Cop26 reaches agreement to stop deforestation

The 26th Conference of the Parties on climate change is taking place in Glasgow until 12 November (Photo: Shutterstock)

The 26th Conference of the Parties on climate change is taking place in Glasgow until 12 November (Photo: Shutterstock)

More than 100 countries pledged to stop deforestation on the second day of Cop26, which began with a reminder of the urgency of the climate crisis after a G20 meeting with mixed results.

On day one of Cop26 in Glasgow, Scotland, world leaders presented an agreement against deforestation. Representatives from 196 countries that are signatories to the United Nations Framework Convention on Climate Change were expected to attend this Conference of the Parties (Cop) on climate change, which began on 1 November 2021 and will run until 12 November.

More than 100 countries, representing over 85% of the world's forests, have announced their intention to halt and reverse deforestation and land degradation by 2030. They are due to finalise their agreement on Tuesday 2 November, according to several media reports. Brazil, Russia, the US, China, Australia, the UK, Germany and France are among the signatories. The commitment is expected to be backed by €16.5bn in public and private funding.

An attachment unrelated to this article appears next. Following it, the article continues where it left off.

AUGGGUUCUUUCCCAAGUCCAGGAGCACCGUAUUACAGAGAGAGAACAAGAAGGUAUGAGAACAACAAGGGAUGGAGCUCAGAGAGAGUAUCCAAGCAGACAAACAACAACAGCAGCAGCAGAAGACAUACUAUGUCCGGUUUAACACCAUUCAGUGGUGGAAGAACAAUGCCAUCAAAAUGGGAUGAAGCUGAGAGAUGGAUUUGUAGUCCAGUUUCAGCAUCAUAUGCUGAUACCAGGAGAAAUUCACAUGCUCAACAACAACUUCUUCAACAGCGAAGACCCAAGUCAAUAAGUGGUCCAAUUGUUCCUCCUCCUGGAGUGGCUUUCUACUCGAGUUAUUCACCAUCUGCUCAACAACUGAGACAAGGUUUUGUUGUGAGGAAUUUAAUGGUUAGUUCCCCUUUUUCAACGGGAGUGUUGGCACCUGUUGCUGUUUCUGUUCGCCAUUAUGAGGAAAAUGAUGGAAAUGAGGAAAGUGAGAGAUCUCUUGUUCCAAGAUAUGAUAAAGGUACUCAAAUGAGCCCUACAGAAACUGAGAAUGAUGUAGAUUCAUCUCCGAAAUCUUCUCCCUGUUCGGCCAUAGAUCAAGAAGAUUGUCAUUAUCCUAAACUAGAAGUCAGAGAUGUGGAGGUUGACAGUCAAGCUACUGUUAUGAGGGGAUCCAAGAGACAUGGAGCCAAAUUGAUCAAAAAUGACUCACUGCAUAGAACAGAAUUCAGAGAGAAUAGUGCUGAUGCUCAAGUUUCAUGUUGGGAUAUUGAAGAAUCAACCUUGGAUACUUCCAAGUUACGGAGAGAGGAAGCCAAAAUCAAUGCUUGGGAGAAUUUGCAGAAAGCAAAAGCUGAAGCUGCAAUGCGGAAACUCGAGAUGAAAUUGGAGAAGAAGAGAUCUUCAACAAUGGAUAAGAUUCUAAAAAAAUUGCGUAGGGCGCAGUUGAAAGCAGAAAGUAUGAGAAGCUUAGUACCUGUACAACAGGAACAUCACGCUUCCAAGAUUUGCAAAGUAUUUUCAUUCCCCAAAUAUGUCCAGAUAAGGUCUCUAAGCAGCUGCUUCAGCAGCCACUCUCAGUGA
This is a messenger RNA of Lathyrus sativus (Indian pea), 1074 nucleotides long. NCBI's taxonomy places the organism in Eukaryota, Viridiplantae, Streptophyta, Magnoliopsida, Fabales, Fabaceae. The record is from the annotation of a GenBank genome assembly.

Some 30 financial institutions, such as Aviva, Schroders and Axa, have also pledged to stop investing in deforestation-related activities.

A disappointing warm-up

Participants began the conference by recalling the urgency of climate change. “We are digging our own grave,” said UN Secretary General Antonio Guterres. French president Emmanuel Macron called on the biggest emitters of greenhouse gases to “raise their ambition in the fortnight” of Cop26. India has set a net zero carbon emissions target for 2070. The US is pointing the finger at China and Russia, whose presidents are among the big absentees at Cop26, denouncing the lack of commitment from them at the G20 meeting held just before.

This intergovernmental forum brought together the countries with the most developed economies and the European Union on Sunday 31 October. They agreed to limit global warming to 1.5°C above pre-industrial levels, going a little further than the Paris agreement, with a commitment to stop subsidising coal-fired power plants abroad, but without the hoped-for progress on an exit from coal or fossil fuels.

This story was first published in French on Paperjam. It has been translated and edited for Delano.